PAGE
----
The 2024 Update for Veterinarians program offers current information and education for large-animal and mixed-animal veterinarians with a focus on beef production. Organizer Chris Clark said practitioners who work with cattle will hear from Iowa State University experts on water and its impacts on diet formulation and health, Highly Pathogenic Avian Influenza in dairy cattle, and biosecurity strategy updates at the June 25 event. It will be held at the ISU McNay Memorial Research and Demonstration Farm near Chariton.

Mother Nature has created a new environment for northwest Iowa feedlot producers. Torrential rains have turned once-dry feedlots to mud, and accompanying hail may have bruised cattle. Iowa State University extension beef specialist Beth Doran said it's important to have a strategy and plan in place to deal with the issues facing producers.

Beef producers in northeast Iowa are encouraged to check their Beef Quality Assurance certification expiration date to be sure they can continue to sell their cattle. BQA is required for everyone who sells catle to Tyson Foods, Cargill, and Iowa Premium, as well as several other beef processors and some sale barns. Iowa State University Extension beef specialist Denise Schwab said seven BQA dates and locations are scheduled in the northeast Iowa area, and are for both initial certification and recertification. At the end of the meeting, all participants will become BQA certified.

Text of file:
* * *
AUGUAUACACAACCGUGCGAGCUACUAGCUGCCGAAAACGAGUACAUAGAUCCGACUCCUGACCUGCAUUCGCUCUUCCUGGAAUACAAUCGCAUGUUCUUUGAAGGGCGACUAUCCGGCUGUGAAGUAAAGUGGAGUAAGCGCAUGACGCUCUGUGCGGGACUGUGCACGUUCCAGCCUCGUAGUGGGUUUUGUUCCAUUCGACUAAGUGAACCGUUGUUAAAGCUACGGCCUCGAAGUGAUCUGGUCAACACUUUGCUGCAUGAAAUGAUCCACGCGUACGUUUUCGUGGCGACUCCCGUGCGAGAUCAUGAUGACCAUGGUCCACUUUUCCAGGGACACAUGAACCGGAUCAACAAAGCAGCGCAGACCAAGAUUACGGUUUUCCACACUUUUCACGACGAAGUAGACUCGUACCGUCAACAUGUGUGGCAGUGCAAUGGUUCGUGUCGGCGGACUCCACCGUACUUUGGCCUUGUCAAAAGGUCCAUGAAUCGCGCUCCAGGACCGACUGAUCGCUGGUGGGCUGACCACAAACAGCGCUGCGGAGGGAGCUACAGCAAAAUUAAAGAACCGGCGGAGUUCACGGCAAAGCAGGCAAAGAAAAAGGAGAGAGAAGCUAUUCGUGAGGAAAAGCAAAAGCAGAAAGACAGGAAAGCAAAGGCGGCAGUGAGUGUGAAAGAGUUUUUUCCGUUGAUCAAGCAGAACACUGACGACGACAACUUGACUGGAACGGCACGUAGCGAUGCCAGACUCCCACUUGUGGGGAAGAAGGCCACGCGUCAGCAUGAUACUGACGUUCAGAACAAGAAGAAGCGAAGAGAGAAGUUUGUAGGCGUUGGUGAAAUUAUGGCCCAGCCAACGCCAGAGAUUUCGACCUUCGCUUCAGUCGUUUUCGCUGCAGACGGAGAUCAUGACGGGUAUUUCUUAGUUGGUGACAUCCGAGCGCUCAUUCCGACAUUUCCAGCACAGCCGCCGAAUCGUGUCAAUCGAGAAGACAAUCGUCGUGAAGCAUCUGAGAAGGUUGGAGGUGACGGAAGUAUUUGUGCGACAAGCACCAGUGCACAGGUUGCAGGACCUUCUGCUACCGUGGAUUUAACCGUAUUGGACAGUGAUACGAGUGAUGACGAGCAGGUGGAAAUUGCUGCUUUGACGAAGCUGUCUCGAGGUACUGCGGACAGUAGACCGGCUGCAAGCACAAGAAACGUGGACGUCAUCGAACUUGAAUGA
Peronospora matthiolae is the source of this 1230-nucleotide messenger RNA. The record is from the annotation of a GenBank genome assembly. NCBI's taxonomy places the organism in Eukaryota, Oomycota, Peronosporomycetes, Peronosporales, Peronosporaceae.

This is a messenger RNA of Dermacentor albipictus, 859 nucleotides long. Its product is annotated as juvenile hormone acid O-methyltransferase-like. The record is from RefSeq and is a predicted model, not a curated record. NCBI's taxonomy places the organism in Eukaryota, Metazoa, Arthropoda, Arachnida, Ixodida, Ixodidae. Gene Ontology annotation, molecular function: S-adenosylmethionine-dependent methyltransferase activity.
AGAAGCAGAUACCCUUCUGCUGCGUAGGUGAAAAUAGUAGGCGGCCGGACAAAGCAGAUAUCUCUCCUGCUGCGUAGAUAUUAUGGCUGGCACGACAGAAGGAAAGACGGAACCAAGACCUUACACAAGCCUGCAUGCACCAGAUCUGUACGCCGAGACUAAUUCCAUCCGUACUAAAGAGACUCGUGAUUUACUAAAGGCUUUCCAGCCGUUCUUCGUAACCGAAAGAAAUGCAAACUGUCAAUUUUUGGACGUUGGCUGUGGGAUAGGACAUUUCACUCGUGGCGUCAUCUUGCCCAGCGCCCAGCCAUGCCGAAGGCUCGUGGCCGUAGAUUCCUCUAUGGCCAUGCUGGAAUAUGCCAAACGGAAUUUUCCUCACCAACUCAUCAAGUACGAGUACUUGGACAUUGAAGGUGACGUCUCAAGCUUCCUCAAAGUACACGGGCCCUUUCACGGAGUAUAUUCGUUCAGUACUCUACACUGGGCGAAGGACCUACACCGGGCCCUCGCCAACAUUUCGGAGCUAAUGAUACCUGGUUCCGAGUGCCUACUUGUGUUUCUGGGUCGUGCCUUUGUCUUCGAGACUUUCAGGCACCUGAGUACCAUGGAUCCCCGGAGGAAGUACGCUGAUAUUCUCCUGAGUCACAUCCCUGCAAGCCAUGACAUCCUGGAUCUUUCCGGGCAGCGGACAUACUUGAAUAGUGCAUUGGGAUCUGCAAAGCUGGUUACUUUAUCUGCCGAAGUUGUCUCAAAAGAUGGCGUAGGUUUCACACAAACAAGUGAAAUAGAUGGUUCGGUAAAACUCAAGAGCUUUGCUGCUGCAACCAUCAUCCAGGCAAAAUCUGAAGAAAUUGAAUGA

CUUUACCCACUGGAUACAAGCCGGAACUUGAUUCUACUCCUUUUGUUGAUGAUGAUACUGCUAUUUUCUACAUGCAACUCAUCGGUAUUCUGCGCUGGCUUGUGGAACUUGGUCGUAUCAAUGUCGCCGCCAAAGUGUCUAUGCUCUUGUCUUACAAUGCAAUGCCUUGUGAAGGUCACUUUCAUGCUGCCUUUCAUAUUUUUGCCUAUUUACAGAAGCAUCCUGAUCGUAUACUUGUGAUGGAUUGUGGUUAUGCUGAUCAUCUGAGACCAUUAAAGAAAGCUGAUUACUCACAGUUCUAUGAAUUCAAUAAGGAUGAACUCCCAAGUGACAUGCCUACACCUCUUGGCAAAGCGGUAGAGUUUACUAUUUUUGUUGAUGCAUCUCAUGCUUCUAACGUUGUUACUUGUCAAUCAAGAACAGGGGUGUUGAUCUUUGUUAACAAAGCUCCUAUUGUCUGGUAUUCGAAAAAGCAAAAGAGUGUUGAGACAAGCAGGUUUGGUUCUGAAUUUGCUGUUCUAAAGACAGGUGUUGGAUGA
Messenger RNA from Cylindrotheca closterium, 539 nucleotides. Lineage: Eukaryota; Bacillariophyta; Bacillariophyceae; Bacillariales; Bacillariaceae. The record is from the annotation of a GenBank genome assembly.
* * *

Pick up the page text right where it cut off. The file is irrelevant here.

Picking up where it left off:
It can be daunting to think about improving a grazing system for your farm, let alone starting one. Yet, Decorah-area producer Rob Jewell took on the challenge and, over time, has developed a managed system that continues to provide success – and challenges. What's his secret? Find out at a June 25 pasture walk on his farm.

New this year, the annual McNay Memorial Research and Demonstration Farm field day will host demonstrations focusing on hay equipment, cattle working and feeding equipment. ISU extension beef specialist Chris Clark said adding this component to the June 6 event will assist in showcasing equipment options for hay producers, while the general session during the provided lunch features topics of forage selection, fertilization and harvesting. The event is free, with preregistration strongly encouraged.

 

 

News Archives

Columns

Denise Schwab in The Cattleman Magazine.

Denise Schwab, interim IBC director, writes this monthly column featured in Iowa Cattleman Magazine.

June 2024

We are pretty well known for our educational programs but you may not know the extent of applied research we are involved in, so I thought I’d share a few of the feedlot related trials we’ve completed in the last few years.

Read the rest of this column.

Iowa Cow-Calf Commentary

Iowa Beef Center and extension cow-calf specialist Randie Culbertson writes the "Iowa Cow-Calf Commentary" featured in the Iowa Cattleman Magazine.

June 2024

A cow's ability to breed during a limited breeding season is crucial for her to remain in the herd. Reproduction and cow fertility are the most economically significant traits for cow-calf operations. Cow longevity has the largest impact and is estimated to be 3 to 9 times more profitable than other production traits.

Read the rest of this column.